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Re: What is Recommended Practice for "Option Lists"?

From: Chris Kreussling <CHRIS.KREUSSLING@ny.frb.org>
Date: Fri, 05 Mar 1999 15:43:39 -0500
To: w3c-wai-ig@w3.org
Message-id: <s6dffc68.009@ny.frb.org>
I've tried both the [Alt]+[Down Arrow] and the [F4] suggestions on my own form, Windows+Netscape, both with and without JavaScript. They both seem to do the same as clicking the button next to the selection field: "drop down" the list of options, making more of them visible. Repeating the keystroke simply "drops-up" the list back to its original, hidden state. Neither provide navigation through the options in the list.

There still seems to be several problems, at least one of which is a design/author issue:

1) What's the non-visual equivalent of "dropping down" the list to make more of the options apparent? How can a non-visual user navigate/scroll through the list without making a selection? How can they even know the "dropped-down" state of the list? A user-agent/platform issue.

2) When the list is dropped down, there still seems to be no way without a mouse on the scroll bar to navigate or scroll through the list without selecting each option in turn. For the user who can see the list but is not using a mouse, how can they navigate/scroll through the list without selecting? A user-agent/platform issue.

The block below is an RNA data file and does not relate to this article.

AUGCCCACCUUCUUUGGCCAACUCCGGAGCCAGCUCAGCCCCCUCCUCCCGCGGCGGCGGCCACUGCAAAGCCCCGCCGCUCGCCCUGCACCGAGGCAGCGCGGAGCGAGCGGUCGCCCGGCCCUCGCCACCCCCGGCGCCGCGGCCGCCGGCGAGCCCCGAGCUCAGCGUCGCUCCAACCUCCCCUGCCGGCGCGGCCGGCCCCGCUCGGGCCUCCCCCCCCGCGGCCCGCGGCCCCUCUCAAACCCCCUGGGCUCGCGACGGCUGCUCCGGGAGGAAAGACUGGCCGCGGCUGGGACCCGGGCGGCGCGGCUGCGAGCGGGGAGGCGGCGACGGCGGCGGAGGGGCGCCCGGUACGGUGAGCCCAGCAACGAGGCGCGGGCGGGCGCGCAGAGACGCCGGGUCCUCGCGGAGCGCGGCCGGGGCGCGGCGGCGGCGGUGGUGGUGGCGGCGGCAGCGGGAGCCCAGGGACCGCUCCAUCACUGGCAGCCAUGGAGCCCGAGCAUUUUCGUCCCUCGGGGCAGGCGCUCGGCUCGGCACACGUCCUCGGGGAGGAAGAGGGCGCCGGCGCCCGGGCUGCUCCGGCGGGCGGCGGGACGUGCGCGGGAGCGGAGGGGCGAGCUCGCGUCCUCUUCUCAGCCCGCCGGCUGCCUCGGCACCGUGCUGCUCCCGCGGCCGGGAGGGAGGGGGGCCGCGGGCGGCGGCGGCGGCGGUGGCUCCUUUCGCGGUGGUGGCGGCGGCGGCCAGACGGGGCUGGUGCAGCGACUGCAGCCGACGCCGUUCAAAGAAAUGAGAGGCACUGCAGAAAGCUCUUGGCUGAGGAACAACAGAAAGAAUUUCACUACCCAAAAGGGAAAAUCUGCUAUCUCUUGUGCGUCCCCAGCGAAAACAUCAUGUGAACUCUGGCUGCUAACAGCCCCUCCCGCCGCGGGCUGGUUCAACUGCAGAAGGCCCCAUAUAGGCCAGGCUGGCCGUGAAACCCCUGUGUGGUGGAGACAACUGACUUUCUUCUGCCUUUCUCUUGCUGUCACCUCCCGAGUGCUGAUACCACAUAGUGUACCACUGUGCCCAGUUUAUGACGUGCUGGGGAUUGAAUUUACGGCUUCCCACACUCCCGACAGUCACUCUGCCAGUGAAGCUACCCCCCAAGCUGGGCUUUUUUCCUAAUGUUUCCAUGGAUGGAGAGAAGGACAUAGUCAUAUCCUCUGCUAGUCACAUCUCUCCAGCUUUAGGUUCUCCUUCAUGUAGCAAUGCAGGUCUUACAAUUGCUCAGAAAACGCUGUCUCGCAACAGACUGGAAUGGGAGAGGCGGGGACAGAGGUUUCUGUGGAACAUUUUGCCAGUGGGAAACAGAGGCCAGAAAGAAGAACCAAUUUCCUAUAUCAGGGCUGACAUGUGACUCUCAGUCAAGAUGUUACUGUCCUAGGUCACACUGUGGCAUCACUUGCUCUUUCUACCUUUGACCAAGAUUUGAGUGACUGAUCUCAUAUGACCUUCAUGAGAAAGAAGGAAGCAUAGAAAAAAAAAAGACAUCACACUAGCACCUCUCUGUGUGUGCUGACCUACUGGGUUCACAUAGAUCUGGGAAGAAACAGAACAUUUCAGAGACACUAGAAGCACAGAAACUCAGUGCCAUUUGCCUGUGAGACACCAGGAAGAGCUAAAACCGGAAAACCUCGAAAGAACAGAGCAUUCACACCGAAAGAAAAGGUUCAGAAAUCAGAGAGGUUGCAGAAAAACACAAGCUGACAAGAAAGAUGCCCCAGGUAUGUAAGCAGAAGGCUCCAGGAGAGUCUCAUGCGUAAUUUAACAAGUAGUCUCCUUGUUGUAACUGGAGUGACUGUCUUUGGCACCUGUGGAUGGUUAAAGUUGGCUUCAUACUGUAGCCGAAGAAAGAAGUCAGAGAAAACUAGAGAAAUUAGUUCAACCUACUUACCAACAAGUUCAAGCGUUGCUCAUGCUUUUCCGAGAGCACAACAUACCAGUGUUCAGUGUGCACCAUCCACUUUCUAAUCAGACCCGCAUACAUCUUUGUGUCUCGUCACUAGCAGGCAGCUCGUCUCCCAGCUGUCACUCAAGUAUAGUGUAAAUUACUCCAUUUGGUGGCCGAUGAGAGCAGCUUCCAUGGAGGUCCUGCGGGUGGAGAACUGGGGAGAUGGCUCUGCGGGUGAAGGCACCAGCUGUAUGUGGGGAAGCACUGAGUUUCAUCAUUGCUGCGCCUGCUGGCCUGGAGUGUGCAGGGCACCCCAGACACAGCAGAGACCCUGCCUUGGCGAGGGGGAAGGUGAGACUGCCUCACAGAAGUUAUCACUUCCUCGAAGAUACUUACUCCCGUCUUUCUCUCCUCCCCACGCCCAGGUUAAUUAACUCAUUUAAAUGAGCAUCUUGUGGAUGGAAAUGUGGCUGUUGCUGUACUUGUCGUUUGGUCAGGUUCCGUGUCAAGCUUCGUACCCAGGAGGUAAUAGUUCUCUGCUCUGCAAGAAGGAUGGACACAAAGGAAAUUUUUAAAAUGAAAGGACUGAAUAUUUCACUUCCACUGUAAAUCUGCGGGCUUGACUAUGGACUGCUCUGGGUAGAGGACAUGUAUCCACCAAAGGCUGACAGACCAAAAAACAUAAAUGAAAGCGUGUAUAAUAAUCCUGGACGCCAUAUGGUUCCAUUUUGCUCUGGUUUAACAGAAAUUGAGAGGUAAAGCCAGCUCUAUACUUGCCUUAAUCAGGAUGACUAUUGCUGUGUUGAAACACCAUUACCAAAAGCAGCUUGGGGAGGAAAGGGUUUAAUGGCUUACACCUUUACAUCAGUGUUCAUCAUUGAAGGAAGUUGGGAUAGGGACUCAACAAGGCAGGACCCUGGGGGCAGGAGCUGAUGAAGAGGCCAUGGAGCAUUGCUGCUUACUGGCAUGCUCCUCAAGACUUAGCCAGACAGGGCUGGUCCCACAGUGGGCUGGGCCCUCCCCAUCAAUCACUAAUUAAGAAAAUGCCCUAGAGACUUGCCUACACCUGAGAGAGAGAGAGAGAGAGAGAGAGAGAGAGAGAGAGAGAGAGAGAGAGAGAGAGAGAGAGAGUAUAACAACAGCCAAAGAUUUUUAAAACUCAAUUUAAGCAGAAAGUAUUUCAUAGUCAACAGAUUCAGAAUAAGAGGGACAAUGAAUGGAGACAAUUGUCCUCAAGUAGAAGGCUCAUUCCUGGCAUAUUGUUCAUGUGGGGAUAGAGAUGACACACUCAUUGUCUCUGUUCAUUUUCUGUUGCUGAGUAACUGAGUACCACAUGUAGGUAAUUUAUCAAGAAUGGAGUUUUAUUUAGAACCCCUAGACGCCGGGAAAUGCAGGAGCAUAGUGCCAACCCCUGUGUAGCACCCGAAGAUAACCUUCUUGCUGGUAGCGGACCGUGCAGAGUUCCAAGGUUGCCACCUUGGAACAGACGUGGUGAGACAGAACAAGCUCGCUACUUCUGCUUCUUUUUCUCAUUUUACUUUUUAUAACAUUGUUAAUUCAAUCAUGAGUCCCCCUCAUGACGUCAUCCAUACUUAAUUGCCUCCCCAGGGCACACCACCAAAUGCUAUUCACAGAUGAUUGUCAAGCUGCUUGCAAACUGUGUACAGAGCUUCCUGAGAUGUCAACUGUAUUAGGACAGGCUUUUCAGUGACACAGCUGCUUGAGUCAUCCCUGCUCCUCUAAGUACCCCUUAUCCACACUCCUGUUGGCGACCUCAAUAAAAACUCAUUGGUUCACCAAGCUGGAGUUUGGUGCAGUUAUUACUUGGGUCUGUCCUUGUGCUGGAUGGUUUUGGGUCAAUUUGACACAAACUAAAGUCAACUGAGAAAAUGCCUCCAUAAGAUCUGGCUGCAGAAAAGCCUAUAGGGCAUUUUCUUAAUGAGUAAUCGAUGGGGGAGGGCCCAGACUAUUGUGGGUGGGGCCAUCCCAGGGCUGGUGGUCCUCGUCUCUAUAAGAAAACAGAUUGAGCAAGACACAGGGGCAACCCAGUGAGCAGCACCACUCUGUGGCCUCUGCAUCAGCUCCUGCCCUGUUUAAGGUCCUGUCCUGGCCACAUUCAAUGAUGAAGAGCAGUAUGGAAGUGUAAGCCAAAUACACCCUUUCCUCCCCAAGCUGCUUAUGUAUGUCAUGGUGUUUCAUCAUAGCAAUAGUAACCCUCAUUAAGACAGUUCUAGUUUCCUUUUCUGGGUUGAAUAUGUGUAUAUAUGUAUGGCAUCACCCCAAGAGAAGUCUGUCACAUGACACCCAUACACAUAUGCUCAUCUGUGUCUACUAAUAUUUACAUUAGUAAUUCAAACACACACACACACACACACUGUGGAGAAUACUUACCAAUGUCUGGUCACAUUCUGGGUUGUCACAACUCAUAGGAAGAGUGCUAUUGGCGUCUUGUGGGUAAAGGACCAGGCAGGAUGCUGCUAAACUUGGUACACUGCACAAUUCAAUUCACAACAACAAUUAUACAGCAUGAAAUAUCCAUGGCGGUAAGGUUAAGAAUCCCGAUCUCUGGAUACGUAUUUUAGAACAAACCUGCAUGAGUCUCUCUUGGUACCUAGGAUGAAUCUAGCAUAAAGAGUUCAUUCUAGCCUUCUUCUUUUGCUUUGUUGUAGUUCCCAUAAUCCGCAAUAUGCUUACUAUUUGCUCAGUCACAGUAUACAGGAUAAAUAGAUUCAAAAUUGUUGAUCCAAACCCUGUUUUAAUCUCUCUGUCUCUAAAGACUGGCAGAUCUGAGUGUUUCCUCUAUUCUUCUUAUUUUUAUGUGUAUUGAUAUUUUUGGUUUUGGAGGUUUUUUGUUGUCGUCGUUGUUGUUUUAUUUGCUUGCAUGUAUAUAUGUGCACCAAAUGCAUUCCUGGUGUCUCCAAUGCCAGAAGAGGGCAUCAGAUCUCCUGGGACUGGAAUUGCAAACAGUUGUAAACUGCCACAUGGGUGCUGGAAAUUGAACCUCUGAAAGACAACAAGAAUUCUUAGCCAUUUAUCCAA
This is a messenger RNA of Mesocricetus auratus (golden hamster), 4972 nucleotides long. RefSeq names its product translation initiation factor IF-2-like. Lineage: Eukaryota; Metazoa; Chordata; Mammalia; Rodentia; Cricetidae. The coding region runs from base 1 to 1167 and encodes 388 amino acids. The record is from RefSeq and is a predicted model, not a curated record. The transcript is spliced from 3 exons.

3) If the selection list has no option currently selected, simply moving focus to the selection list automatically selects the first/default option in the list, triggering the onChange behavior. This can/must be remedied by design: the first/default option could be pre-selected, and/or it can (should?) contain prompt text to tell the user what's expected, and/or the onChange action can ignore a "change" to the first/default option. Any one of these would prevent this problem.

For that matter, why-oh-why does the IRS site provide a [Submit] button which is rendered useless by the onChange behavior?! It's easy enough to wrap the button in a <NOSCRIPT> block so it only shows up when JavaScript is disabled.

4) F4 and alt-down are Windows-only and platform-specific. There may or may not be equivalent keyboard shortcuts. Any Web page/applicatoin author can only refer the user to their browser's documentation. Again, user-agent/platform issue.

<author>Chris Kreussling</author>
<disclaimer>The views expressed are 
those of the author and do not necessarily 
reflect the position of the Federal Reserve 
Bank of New York or the Federal Reserve 
System.</disclaimer>

>>> <w3c-wai-ig@w3.org> 03/05 2:18 PM >>>
At 11:01 AM 3/5/99 , Alan Cantor wrote:
>Patrick,
>
>In Windows, the intuitive, easy-to-remember, universally-known hot key to
>drop a combo box list is F4. It seems unlikely that this key will work in
>the context you describe,  ...

Yes indeed. F4 also works. Whata ya know? Amazing!

Patrick 
Received on Friday, 5 March 1999 15:47:43 GMT

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